Homeschooling Young Scientists at Play

Young Scientists at Play: Coloured Balls of Fizz

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This week was our final week playing with Bicarb and vinegar.  Next week we’ll be having fun with home made paint.  A few days ago I made some Bicarb balls.  I didn’t follow any recipe, simply added food colouring to water and added the water sparingly to the Bicarb until I was able to create a ball.  I repeated until I had enough (in different colours) for the activity I had planned.  Basically the littles had played with Bicarb in a powder form and I thought it might be interesting for them to play with it in solid form and liquid form (a misnomer on one account, being a solute rather than pure liquid, but they’re only 4 and 2 so I’m thinking they’ll not notice!).

First I dissolved some bicarb in a tray of water and  set up test tubes of coloured vinegar and a pipette to squirt into the solution:

I had coloured the Bicarb solution yellow so it would change the colours they added to it.
I had coloured the Bicarb solution yellow so it would change the colours they added to it.
A4 made small fizzes with her pippette
A4 made small fizzes with her pipette
Whilst B2 simply dumped in the whole jar...
Whilst B2 simply dumped in the whole jar…
gave it a good stir...
gave it a good stir…
and looked on in amazement.  Fizzes never get old!!
and looked on in amazement. Fizzes never get old!!

I then set up the coloured balls of Bicarb.  I had let them dry thoroughly over a few days in the containers.  Keeping them in the mini muffin tins I placed them into the trays, with some plain vinegar in a beaker and the pipette:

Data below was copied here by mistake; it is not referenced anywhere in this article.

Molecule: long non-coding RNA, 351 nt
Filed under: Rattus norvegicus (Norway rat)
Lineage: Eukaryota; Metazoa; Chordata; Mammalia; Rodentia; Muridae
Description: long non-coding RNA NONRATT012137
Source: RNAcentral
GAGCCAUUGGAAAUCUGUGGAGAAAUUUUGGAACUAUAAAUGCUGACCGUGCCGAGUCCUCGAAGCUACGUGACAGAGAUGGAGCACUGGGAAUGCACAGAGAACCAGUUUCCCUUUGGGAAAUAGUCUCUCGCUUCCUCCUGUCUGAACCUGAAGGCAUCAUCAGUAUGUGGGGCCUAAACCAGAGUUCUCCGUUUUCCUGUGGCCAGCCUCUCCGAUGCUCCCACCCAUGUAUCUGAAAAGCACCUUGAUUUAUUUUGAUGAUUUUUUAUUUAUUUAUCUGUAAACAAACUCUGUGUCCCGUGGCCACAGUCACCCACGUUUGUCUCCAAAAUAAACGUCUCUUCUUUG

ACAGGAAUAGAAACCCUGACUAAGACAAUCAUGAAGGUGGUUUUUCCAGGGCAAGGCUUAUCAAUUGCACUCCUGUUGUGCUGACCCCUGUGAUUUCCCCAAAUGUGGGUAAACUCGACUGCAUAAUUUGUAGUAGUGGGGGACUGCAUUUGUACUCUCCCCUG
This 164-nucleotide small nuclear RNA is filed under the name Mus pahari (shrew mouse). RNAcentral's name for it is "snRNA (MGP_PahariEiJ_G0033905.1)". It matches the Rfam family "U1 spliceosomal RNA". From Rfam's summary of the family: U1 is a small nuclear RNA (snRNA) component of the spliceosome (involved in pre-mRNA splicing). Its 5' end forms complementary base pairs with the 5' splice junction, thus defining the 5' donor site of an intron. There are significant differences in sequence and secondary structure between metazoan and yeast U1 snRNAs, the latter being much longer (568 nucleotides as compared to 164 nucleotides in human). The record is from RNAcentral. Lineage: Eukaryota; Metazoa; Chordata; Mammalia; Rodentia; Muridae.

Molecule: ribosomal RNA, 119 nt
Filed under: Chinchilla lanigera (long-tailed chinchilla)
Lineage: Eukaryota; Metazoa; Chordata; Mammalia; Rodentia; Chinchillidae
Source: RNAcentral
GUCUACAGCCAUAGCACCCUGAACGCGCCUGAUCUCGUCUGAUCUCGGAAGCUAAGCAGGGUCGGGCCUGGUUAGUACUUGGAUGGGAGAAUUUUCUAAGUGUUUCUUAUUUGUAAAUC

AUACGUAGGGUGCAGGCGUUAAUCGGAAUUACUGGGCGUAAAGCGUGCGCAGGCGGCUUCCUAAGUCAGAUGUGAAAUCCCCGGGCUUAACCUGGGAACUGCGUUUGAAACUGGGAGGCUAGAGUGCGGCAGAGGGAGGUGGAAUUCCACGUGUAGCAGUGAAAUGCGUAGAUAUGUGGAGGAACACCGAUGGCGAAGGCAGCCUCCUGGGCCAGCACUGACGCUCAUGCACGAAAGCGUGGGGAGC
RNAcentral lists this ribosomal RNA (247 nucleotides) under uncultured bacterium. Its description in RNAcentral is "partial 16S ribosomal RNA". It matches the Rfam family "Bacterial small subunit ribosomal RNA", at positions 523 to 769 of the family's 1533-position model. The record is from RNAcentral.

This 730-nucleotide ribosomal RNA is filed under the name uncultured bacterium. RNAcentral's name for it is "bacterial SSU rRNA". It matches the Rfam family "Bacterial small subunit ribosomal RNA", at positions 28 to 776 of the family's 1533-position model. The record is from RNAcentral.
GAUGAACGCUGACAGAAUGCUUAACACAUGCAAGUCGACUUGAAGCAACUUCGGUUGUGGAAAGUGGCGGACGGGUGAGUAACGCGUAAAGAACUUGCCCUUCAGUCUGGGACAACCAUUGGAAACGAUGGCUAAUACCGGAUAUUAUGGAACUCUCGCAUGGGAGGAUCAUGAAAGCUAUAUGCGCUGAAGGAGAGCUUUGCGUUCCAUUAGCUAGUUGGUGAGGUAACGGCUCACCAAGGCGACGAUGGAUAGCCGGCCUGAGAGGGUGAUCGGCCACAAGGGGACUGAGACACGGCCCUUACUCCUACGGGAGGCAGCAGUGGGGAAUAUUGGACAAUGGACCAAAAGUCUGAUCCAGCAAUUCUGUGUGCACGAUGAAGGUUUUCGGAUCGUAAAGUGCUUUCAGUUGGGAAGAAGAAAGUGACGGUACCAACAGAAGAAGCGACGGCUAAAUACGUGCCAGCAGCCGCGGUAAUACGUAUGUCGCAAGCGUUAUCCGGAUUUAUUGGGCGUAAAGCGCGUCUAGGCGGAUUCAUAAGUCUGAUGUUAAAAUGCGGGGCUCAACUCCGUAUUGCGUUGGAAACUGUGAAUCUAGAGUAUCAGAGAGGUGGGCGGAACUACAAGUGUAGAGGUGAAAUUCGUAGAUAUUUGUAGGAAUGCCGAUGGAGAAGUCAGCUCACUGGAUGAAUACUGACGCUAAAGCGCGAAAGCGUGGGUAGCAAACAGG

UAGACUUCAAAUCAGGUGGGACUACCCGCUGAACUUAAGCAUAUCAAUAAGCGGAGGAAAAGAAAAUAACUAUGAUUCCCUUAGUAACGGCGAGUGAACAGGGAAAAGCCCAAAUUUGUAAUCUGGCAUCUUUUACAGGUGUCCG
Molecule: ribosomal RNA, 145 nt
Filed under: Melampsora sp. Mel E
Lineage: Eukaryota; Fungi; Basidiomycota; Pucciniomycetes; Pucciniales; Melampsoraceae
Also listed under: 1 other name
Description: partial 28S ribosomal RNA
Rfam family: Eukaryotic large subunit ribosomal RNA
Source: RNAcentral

Ready to go
Ready to go
They were eager to begin, but took the time to (impatiently) pose for a picture!
They were eager to begin, but took the time to (impatiently) pose for a picture!
A4 pipetting
A4 pipetting
B2 pipetting
B2 pipetting
Then B2 asked for the turkey baster
Then B2 asked for the turkey baster
Which she really enjoyed!
Which she really enjoyed!
I gave then some spoons to mix to maximise the fizz and we were done!
I gave them some spoons to mix to maximise the fizz and we were done!

My little girls so enjoy their science time!

20 comments on “Young Scientists at Play: Coloured Balls of Fizz

  1. Ok … Such awesomeness!!! I am SO doing this with my little guy! So – just Bicarb to water until stiff enough to make a ball? Your B2 has the most divine red hair!! Little poppet.

    • I added the water to the Bicarb as you only need a small amount of water otherwise it becomes soggy.
      Hairs from Daddy’s side of the family, most of his brothers have red hair as well!

  2. Great idea! They look like they are having so much fun!

  3. I’m LOVING these posts! I think I’m going to have to create a pinterest board specially for them! 🙂

    • Thank you, that’s really encouraging! My blog’s a bit top heavy with preschool posts at the moment (over Easter I wanted to change things around a bit, so my focus has been more on them). I thought it might be getting a bit boring for any one who visits my blog!!

      • Never boring to see children having so much fun learning! At the risk of sounding gushy, even without pre-schoolers of my own, I’m loving it all – super-inspiring! Loved the art too 🙂

      • Thank you!!

  4. The bicarb balls were such a great idea! I would’ve never thought to do that.

    • We used to do it with bath bombs when I was a child, I figured it would be less expensive to make my own. It was very simple and very rewarding!

  5. Love the scruffy knees in the background

  6. Fizzing science experiments are always a big hit!
    Never thought of making it into a ball first!

  7. Looking like proper scientists there

  8. Fantastic, I love these reactions.

    Thanks so much for linking to Fun Sparks. x

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